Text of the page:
a full withdrawal of US troops from Syria, which is
something President Trump said originally he was going to do. ALEXANDRIA OCASIO-CORTEZ: Yeah. So I do think that
there are places where, perhaps, for very,
very different reasons, we come to the same conclusions. And let’s just toss out debating
which rationale is better. If we at least agree
on the conclusion, then we can save people’s lives. There are millions,
millions of children that are starving in Yemen. DANIEL KLAIDMAN: Well,
picking up on this theme, you, in an interview at town
hall with MSNBC with Chris Hayes, he was asking you
about the New Green Deal and even if the White
House, the Democrats take back the White House,
Congress and the Senate, you don’t have the votes
to get that passed. And I think your
response was, you said, I’m not here necessarily
to convince my colleagues, I’m here to go straight
to the electorate. But so the obvious question
is, how do you get things passed without your colleagues? How do you get things passed
without Republican support today? ALEXANDRIA
OCASIO-CORTEZ: Well, I think it’s by winning
an electorate, you win over my colleagues. DANIEL KLAIDMAN: OK. But, you know, you take
universal background checks, for example. 90% of the American
people support universal background checks. Congress won’t pass that. It hasn’t passed it. So it’s challenging. So I’m just curious,
thinking this through, what’s your game plan? How are you going to
move the electorate and then move your colleagues? Because, ultimately, you
do need votes, right? ALEXANDRIA OCASIO-CORTEZ: Right. And I do think that
there are some aspects. So when you talk
about my priorities for the next two years, looking
at the pieces on the field, you have a democratic
caucus that is very focused on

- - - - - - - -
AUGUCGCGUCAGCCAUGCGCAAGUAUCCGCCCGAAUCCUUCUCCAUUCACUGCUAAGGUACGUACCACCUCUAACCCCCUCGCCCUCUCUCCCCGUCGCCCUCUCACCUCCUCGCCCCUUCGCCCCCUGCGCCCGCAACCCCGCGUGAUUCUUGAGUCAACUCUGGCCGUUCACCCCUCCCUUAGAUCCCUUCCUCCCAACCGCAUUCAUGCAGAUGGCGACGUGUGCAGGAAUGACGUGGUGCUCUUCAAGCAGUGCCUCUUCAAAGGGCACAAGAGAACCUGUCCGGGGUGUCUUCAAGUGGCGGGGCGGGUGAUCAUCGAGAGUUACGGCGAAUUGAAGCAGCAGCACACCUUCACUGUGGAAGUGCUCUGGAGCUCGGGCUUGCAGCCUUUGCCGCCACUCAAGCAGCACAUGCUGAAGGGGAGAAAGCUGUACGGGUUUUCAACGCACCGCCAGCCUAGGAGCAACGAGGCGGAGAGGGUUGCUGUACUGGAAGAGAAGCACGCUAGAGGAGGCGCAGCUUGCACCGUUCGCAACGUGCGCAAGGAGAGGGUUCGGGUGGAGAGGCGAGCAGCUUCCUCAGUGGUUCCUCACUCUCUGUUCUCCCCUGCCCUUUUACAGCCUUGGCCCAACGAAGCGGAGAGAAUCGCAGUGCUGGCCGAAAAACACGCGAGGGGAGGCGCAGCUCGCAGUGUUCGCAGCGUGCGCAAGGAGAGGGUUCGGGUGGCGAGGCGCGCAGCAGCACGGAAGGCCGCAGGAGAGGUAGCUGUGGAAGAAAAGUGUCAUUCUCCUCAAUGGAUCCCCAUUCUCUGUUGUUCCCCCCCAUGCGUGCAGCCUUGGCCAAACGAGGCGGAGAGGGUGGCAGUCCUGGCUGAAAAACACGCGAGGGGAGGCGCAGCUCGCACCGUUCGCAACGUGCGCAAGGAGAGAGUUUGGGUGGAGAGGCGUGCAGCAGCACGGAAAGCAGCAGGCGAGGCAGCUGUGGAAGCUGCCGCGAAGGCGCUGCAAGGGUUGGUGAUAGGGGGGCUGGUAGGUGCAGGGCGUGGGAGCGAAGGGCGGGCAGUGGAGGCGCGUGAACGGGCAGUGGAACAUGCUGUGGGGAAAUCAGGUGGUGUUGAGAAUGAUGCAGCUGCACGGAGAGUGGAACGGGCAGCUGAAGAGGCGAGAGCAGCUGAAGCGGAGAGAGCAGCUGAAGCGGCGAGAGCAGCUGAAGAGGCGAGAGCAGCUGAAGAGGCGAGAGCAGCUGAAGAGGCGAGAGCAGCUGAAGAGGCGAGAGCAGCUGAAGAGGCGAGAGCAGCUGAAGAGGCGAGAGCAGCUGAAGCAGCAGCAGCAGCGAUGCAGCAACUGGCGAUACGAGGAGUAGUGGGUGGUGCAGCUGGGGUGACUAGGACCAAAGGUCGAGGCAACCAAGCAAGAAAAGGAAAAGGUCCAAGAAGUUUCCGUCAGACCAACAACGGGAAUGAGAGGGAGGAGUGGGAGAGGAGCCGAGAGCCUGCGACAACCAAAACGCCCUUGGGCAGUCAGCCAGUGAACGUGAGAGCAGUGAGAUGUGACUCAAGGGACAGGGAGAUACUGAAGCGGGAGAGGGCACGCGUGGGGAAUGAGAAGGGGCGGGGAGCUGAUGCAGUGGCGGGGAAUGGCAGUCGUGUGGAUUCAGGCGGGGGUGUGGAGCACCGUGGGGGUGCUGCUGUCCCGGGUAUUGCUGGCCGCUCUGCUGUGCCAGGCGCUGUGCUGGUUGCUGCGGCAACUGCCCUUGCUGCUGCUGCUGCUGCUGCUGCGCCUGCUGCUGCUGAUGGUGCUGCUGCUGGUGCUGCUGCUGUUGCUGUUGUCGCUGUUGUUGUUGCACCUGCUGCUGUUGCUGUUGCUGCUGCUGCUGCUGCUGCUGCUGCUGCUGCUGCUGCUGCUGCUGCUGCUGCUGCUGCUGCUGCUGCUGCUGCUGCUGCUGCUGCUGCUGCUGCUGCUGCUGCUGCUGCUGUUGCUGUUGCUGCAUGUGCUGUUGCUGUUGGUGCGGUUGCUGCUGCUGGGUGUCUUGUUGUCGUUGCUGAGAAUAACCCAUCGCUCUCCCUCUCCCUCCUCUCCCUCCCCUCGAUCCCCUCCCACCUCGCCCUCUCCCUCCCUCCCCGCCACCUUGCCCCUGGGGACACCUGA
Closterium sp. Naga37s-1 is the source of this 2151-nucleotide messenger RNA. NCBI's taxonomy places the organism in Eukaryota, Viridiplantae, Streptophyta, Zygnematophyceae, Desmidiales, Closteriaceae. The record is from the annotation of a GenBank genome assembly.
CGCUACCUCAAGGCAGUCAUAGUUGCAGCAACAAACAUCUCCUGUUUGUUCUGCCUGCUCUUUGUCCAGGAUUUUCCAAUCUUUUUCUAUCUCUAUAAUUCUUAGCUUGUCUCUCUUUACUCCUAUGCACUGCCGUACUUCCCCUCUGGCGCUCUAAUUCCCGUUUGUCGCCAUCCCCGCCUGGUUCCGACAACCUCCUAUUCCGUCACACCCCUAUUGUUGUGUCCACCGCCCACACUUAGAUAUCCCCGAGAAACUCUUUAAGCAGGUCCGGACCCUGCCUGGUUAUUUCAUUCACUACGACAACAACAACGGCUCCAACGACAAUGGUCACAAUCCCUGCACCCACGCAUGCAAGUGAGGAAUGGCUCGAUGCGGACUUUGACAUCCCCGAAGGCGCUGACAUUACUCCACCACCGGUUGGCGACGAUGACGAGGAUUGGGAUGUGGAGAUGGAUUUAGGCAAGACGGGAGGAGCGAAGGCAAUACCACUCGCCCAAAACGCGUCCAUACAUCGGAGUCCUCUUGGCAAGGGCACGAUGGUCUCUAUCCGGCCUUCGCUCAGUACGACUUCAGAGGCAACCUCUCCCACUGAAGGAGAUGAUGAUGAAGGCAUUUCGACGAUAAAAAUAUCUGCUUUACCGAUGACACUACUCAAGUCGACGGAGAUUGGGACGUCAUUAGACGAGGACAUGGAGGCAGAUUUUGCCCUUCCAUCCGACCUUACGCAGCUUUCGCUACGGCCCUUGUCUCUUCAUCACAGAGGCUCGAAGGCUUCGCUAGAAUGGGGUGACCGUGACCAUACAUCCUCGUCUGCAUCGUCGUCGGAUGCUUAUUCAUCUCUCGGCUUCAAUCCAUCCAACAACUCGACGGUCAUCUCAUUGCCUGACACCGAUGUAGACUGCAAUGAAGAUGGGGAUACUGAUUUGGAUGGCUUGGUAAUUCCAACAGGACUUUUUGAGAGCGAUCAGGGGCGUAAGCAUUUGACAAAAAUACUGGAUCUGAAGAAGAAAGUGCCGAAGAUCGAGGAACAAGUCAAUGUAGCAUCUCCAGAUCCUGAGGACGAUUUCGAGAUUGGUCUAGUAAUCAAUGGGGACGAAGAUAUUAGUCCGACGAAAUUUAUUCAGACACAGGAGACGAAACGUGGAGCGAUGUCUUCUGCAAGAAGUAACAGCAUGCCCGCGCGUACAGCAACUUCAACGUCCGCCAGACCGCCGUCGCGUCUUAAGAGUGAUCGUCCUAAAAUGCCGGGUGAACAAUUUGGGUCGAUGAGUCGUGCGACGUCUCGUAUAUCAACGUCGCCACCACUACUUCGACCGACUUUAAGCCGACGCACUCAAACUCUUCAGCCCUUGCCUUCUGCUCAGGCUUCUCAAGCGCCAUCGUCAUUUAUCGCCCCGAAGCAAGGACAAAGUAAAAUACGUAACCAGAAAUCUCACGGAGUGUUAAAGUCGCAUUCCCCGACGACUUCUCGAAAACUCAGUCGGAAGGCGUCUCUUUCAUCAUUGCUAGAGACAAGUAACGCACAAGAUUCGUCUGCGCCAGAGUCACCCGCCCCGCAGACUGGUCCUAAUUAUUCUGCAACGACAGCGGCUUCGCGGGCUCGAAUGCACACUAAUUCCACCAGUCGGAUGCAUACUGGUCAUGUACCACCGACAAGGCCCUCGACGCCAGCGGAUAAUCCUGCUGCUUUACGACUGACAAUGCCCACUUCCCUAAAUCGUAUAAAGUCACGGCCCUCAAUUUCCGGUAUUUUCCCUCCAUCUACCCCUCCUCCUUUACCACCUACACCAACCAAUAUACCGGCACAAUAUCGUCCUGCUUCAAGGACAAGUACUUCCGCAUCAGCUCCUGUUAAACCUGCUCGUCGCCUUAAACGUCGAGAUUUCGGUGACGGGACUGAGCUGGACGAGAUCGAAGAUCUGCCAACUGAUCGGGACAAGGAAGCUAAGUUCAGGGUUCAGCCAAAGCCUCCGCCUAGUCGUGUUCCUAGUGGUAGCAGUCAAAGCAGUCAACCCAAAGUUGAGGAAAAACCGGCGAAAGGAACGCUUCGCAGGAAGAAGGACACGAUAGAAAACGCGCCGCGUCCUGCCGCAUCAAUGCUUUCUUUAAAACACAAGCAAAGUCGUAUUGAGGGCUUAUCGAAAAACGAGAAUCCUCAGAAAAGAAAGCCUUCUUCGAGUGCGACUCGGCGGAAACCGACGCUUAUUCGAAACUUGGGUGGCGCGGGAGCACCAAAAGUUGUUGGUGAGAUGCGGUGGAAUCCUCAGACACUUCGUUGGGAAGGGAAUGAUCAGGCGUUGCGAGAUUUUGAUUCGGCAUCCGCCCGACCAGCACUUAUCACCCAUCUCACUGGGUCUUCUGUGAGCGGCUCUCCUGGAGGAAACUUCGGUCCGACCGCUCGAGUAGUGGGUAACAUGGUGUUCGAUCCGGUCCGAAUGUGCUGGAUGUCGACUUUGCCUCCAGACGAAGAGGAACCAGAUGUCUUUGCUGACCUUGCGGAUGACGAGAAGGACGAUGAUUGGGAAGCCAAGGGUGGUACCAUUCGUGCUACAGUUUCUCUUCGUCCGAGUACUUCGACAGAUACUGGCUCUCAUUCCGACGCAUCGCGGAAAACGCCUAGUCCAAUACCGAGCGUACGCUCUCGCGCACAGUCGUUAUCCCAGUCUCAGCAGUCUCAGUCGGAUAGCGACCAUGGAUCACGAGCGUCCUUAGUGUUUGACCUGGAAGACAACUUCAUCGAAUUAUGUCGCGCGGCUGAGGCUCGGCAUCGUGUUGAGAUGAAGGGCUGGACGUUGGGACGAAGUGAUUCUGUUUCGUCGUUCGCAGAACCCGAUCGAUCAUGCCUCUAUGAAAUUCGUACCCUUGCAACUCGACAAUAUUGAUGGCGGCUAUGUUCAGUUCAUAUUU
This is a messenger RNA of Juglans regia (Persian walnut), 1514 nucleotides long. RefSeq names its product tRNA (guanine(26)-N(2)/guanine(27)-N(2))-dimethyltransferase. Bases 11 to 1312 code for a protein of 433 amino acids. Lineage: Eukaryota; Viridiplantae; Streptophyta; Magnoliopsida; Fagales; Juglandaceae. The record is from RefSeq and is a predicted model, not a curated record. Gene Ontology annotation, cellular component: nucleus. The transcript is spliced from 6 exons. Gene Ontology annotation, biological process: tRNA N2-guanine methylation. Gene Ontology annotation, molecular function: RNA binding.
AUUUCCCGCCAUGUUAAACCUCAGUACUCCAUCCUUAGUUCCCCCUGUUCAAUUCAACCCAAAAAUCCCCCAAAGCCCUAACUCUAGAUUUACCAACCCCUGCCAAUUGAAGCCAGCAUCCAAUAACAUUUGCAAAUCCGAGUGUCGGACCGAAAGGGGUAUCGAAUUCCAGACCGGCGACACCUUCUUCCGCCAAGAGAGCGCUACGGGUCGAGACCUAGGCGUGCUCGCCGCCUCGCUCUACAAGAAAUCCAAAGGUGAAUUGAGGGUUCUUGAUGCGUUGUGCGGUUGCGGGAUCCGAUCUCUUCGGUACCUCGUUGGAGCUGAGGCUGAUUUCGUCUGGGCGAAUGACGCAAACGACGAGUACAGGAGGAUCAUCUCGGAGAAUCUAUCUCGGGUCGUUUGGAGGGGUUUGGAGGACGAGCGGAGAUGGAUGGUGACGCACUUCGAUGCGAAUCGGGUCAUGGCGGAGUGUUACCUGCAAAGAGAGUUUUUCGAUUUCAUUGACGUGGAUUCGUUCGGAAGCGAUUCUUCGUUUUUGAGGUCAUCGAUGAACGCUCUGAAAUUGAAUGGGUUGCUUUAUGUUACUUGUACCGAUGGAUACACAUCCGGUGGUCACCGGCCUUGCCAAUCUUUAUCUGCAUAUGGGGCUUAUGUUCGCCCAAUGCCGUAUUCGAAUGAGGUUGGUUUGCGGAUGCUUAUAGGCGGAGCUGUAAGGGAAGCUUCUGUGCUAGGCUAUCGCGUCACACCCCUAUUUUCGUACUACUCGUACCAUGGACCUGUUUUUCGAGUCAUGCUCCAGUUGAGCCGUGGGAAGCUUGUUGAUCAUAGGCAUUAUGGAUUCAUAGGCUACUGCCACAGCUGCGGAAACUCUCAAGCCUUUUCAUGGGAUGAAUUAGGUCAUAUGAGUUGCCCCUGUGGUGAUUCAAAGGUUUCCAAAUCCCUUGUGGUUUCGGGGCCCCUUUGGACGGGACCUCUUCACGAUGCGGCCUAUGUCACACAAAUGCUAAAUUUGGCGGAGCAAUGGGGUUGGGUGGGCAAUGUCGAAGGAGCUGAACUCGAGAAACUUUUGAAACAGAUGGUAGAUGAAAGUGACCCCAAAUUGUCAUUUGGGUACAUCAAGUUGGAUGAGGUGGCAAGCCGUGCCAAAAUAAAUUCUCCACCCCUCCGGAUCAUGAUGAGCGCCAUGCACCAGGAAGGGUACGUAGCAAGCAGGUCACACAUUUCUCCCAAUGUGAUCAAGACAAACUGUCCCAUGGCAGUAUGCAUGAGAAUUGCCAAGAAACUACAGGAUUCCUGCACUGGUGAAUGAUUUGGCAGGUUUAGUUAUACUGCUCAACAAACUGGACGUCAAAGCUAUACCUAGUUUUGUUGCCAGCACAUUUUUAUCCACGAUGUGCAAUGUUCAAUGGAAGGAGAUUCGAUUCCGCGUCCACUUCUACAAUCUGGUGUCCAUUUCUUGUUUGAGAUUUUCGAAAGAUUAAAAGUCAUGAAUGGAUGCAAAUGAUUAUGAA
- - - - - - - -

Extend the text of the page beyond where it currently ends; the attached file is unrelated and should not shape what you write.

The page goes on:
preserving and expanding a majority in the House. Then we have a Republican
caucus in the House that is just very motivated to
obstruct and to make people’s lives difficult in every way. Then you have a
Republican Senate and you have a Republican
president, if you even want to call him Republican. I think he kind of like floats
out of ideology in some ways. And so I feel like a lot of
where we can produce on this– what we can produce
on, I think that job creation infrastructure
and green energy is a huge aspect of– there’s a huge amount that
we can accomplish even given those limitations,
which is why I introduced the Green New Deal. Now, is the scope ambitious? Absolutely. Will we get a vote
or even a pass on it? Probably not. But I think that by charging
forward with that resolution to show what our big picture
looks like, then we can go after the little things, whether
it’s increased appropriations in renewable energy,
whether it is investing more and transitioning our
elevators and buildings, working with union
workers and labor groups to attract that
infrastructure funding, tax cuts for
regenerative agriculture. I think that it’s in
those small details that we can accomplish
a lot, but it needs to add up to a larger vision. MICHAEL ISIKOFF: Are
there any Republicans in the House you have
a relationship with and believe you can work with? ALEXANDRIA OCASIO-CORTEZ: Yeah. I think there are
a decent amount. And I think that it is– I think it’s actually
kind of funny. I don’t want to risk anyone’s
career sometimes by name. They get really nervous. MICHAEL ISIKOFF: This is
the way you can sabotage. ALEXANDRIA OCASIO-CORTEZ: No.
Exactly. No, I think if I really wanted
to do damage I would endorse Mitch McConnell in the primary. MICHAEL ISIKOFF: I don’t think
that’s one of the Republicans you have a relationship with. ALEXANDRIA OCASIO-CORTEZ:
No, definitely not. No. It is interesting. It is an interesting
political dynamic though, because there are Republicans
that I have a relationship with, but they’re very
nervous about people finding out that we can